KAWS’ sophisticated visual language is the product of a painstaking process in which he firsthand sketches his figures then digitally modifying them through Illustrator before painting them for better projection and adding his characteristic “X” eyes. Accomplice, for example, necessitates a more time-consuming procedure since the artist must interpret his idea in the round using 3D modeling software. When blown up to life size, the current lot makes a humorous reference to the historical tradition of art and figurative sculptures, which dates back to Egyptian sarcophagi. The outcome is an adult-size toy that injects comedy into more profound concepts of life and death.

KAWS defies traditional notions of fine art, brilliantly blurring the boundary between art and business, and is inspired by the Pop sensibility of artists such as Tom Wesselmann and Claes Oldenburg. KAWS began his career as a youngster in the New York street art movement, where he produced “forced collaborations” with fashion advertising found in phone booths, combining images of Kate Moss and Christy Turlington with his own trademark figures. Although his dual personal evokes the typical comic book hero, the Williamsburg-based artist says that the codename “KAWS” has no special meaning.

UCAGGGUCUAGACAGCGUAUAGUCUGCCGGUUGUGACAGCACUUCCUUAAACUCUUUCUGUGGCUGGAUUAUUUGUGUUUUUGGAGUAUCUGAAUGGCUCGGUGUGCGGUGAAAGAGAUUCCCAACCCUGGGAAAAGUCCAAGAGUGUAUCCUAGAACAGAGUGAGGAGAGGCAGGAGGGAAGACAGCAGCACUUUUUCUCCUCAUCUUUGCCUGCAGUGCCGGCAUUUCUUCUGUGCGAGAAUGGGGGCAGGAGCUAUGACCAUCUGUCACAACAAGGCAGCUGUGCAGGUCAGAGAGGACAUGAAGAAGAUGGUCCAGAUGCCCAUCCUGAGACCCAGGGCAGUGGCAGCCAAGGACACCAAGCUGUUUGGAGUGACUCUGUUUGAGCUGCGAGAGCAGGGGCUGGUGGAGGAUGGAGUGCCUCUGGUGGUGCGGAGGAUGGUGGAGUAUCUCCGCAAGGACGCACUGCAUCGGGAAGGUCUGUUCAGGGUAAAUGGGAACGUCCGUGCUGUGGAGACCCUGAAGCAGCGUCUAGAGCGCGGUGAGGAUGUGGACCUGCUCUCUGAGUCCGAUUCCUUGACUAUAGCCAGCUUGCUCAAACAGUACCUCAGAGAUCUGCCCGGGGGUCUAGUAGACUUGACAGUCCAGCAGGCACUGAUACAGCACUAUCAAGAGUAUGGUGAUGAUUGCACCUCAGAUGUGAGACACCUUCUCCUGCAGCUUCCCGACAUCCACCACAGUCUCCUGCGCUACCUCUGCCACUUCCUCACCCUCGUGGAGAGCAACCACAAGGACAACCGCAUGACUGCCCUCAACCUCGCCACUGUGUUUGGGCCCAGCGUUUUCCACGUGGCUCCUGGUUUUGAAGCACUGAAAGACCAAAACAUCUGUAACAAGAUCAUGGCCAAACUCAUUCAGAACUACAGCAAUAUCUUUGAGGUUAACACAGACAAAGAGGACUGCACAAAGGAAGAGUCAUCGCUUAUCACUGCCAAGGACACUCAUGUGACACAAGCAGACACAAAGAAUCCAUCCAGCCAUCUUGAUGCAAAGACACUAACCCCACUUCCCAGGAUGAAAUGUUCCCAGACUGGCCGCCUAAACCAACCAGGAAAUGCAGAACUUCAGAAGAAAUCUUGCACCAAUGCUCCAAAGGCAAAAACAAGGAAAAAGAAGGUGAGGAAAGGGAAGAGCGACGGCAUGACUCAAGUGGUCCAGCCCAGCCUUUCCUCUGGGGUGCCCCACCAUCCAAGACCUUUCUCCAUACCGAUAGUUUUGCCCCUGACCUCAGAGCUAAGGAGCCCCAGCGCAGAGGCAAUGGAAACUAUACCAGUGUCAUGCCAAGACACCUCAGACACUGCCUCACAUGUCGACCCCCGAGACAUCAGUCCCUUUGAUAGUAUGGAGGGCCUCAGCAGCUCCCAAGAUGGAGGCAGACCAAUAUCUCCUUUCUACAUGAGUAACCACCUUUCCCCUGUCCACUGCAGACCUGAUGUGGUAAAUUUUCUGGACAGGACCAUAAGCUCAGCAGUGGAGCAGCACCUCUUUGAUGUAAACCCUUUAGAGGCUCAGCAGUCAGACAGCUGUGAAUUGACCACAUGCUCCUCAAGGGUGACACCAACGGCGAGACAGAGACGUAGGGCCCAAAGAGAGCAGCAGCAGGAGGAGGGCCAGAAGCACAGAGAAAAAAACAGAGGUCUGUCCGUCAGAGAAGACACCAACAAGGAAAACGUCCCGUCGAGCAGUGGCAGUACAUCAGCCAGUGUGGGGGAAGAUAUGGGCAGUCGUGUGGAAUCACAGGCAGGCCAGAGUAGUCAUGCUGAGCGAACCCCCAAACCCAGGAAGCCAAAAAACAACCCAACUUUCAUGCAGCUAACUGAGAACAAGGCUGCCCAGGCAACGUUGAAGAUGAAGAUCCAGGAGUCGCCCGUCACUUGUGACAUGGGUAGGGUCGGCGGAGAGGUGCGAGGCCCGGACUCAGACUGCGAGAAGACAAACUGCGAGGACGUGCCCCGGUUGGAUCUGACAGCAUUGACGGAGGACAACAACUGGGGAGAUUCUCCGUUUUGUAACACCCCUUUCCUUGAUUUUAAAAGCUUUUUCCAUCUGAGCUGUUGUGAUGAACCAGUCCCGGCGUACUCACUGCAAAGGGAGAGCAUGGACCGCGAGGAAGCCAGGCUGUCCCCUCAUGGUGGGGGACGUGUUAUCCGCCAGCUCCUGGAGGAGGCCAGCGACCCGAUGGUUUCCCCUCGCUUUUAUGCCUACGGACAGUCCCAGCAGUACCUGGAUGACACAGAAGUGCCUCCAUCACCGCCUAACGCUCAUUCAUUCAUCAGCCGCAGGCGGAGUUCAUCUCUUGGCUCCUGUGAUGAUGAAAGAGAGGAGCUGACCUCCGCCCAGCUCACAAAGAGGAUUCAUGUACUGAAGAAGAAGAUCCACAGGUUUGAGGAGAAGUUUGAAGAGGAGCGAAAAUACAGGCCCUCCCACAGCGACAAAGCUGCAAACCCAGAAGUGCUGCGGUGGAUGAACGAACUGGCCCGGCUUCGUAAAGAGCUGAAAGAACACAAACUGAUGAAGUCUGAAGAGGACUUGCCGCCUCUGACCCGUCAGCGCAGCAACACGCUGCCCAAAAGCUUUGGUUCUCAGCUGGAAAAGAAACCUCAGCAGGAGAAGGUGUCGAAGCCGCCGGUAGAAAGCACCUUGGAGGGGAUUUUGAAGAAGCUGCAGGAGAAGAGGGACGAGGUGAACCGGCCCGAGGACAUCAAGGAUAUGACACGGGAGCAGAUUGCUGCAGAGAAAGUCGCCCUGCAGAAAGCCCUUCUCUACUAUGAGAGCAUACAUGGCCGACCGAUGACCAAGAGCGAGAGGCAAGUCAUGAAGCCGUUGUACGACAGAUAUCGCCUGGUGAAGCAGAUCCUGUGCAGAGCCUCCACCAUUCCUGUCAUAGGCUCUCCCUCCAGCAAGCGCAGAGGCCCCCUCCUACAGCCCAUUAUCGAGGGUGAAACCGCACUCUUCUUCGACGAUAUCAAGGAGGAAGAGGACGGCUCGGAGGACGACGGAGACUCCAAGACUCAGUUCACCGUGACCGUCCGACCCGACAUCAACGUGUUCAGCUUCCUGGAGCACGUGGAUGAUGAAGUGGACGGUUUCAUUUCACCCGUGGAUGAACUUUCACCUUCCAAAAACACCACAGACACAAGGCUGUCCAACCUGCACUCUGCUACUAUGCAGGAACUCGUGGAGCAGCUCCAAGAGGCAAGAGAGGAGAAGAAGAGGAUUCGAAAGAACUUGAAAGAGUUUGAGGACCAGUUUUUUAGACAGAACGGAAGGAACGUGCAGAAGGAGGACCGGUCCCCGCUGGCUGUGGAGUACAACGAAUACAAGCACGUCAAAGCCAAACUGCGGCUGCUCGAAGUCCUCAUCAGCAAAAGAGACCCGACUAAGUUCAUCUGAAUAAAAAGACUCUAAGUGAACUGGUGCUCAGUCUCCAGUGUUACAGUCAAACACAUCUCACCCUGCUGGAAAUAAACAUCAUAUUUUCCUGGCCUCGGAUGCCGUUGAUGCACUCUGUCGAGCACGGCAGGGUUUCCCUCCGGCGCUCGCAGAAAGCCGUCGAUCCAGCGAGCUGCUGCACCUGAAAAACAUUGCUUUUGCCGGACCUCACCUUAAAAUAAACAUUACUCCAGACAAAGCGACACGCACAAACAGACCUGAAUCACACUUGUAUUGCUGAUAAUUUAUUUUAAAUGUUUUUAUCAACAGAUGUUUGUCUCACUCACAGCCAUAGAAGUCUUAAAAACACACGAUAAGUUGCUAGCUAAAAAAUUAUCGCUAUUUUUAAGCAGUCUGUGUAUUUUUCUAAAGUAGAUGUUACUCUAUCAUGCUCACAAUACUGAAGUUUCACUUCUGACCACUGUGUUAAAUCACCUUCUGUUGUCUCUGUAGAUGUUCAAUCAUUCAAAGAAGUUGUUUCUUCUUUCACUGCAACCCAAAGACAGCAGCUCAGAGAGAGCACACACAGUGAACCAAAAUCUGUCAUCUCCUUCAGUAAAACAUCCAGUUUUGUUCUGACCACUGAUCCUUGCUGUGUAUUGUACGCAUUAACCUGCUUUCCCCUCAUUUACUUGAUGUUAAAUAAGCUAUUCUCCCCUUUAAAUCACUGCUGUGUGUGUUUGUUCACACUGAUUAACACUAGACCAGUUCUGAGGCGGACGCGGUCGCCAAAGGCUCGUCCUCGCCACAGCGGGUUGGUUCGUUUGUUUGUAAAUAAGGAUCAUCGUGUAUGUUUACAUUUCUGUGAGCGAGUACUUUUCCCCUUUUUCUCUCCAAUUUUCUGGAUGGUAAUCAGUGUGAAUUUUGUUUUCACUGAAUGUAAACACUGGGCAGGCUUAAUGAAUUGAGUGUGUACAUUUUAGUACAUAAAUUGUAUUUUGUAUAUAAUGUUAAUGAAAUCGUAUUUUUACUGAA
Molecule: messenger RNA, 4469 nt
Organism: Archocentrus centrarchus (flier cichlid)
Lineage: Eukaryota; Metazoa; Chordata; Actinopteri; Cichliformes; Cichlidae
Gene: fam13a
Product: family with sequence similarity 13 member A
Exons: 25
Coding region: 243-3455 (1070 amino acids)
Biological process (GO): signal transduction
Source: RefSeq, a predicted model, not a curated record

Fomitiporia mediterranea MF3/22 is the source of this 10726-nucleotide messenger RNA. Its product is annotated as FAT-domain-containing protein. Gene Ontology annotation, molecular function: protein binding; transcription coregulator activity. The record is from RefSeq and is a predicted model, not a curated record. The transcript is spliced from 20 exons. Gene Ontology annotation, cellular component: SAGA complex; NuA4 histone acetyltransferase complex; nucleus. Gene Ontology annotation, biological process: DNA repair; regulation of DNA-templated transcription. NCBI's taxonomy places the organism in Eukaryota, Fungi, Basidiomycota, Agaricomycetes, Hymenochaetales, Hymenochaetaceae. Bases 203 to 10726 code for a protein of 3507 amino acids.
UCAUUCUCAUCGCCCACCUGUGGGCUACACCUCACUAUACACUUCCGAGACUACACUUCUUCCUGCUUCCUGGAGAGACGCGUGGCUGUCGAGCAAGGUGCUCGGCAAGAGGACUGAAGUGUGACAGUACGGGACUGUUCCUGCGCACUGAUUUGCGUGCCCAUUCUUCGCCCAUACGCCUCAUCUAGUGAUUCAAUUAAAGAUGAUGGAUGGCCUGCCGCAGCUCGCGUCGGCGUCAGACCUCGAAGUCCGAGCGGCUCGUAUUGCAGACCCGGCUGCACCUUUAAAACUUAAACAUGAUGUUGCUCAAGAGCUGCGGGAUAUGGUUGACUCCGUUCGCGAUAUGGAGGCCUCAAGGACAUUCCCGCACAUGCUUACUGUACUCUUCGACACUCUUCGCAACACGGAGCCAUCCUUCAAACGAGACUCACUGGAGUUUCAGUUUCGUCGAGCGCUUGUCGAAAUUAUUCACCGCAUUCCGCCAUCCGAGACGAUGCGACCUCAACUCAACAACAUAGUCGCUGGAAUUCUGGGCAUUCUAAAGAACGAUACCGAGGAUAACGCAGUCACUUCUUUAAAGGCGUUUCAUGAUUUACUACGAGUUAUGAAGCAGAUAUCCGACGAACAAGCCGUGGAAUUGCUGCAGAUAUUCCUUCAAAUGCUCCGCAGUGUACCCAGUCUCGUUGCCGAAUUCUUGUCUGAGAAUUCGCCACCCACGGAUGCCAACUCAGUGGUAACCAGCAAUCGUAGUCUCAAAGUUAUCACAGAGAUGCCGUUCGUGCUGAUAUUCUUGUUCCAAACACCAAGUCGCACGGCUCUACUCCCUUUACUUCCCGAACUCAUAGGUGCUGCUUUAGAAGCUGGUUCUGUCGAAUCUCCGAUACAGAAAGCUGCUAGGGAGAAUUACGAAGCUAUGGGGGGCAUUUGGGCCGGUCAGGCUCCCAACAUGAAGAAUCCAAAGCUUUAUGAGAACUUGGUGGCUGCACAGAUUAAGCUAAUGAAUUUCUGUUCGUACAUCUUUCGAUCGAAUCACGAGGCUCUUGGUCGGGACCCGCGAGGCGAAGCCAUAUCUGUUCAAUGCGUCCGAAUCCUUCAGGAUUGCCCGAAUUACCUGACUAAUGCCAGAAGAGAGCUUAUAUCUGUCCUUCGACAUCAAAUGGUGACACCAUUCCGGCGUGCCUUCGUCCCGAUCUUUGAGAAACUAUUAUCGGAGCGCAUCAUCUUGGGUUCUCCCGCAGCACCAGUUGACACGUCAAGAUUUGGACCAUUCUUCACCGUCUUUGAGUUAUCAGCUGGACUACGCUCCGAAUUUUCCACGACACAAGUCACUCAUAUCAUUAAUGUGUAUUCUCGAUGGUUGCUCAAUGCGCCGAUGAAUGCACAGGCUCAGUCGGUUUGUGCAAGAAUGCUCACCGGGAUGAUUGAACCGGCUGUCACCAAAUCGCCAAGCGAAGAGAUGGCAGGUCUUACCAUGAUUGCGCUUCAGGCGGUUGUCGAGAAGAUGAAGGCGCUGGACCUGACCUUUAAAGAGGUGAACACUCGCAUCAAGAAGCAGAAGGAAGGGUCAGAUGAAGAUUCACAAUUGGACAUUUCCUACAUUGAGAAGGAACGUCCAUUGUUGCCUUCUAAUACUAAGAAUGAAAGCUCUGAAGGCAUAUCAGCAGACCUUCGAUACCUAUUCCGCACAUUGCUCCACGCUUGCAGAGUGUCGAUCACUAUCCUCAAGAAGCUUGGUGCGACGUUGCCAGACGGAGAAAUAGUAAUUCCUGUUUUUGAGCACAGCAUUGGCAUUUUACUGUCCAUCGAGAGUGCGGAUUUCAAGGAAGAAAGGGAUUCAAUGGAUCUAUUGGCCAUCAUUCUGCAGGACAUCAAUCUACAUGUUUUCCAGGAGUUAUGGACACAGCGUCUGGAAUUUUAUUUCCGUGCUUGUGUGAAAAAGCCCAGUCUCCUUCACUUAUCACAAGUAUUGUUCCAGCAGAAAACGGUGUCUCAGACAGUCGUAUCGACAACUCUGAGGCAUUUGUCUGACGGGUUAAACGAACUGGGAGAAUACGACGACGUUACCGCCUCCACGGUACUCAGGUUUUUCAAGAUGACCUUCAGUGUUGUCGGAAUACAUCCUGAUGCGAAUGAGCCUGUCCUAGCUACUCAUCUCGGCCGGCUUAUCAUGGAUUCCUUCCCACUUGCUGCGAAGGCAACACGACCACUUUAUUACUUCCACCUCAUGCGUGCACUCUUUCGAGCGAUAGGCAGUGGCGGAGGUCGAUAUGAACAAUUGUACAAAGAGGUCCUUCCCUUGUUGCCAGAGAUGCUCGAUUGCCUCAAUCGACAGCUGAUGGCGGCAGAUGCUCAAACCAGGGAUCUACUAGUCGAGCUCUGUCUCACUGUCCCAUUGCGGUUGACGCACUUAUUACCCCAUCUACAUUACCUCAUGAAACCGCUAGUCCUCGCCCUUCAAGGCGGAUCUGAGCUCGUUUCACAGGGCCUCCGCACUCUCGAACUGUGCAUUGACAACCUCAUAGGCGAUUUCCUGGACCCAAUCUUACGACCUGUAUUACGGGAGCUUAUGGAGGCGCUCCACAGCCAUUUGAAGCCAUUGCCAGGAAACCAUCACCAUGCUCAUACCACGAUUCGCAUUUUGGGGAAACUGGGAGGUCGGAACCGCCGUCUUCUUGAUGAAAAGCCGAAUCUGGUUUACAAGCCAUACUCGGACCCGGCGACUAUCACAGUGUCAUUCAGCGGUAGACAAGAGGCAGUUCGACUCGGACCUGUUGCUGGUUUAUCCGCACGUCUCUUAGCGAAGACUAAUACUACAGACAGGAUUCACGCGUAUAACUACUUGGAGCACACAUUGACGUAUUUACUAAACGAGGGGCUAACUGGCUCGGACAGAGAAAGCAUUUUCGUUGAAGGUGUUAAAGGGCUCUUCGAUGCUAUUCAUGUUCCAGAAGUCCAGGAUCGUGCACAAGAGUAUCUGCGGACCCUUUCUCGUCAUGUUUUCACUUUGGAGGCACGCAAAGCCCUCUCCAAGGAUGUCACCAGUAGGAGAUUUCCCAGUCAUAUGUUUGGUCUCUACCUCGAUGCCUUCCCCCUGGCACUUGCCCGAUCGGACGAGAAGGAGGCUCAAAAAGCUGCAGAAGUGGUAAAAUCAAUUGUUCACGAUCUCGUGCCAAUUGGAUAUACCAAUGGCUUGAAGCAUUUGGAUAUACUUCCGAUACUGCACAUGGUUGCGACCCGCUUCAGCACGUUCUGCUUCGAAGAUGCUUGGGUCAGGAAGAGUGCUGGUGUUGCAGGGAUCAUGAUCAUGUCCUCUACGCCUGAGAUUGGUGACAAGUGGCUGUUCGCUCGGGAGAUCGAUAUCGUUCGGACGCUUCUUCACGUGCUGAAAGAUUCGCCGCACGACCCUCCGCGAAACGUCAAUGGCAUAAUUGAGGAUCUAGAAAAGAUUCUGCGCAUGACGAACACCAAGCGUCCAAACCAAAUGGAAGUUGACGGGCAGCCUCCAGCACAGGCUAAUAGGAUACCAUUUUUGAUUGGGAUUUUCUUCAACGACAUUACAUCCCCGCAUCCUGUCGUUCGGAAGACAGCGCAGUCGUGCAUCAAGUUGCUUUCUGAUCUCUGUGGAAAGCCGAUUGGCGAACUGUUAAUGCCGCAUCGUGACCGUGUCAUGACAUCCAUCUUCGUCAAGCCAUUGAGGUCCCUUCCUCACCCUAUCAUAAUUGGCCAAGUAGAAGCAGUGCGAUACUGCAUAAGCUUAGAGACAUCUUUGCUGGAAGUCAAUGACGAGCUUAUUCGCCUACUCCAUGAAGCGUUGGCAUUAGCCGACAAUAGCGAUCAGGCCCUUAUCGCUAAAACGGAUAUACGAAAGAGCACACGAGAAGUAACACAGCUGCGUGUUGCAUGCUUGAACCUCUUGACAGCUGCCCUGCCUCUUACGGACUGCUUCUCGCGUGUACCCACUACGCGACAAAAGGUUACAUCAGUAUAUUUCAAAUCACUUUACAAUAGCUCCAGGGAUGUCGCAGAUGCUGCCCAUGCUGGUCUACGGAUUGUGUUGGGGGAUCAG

The artist’s early graffiti exploration led him to Tokyo, where he became immersed in the world of limited-edition of clothes and toys. While in Japan, KAWS was able to experiment with crossover projects, allowing him to reach a wider audience with his unique look. He mentions Takashi Murakami as an artist who has impacted his own work, both in terms of his meticulous attitude and his commercialization. “I just want to produce things that no one is ever too stupid to comprehend,” says KAWS, emphasizing the democratic character of his work.To know more about this artwork, visit shophomeless.com.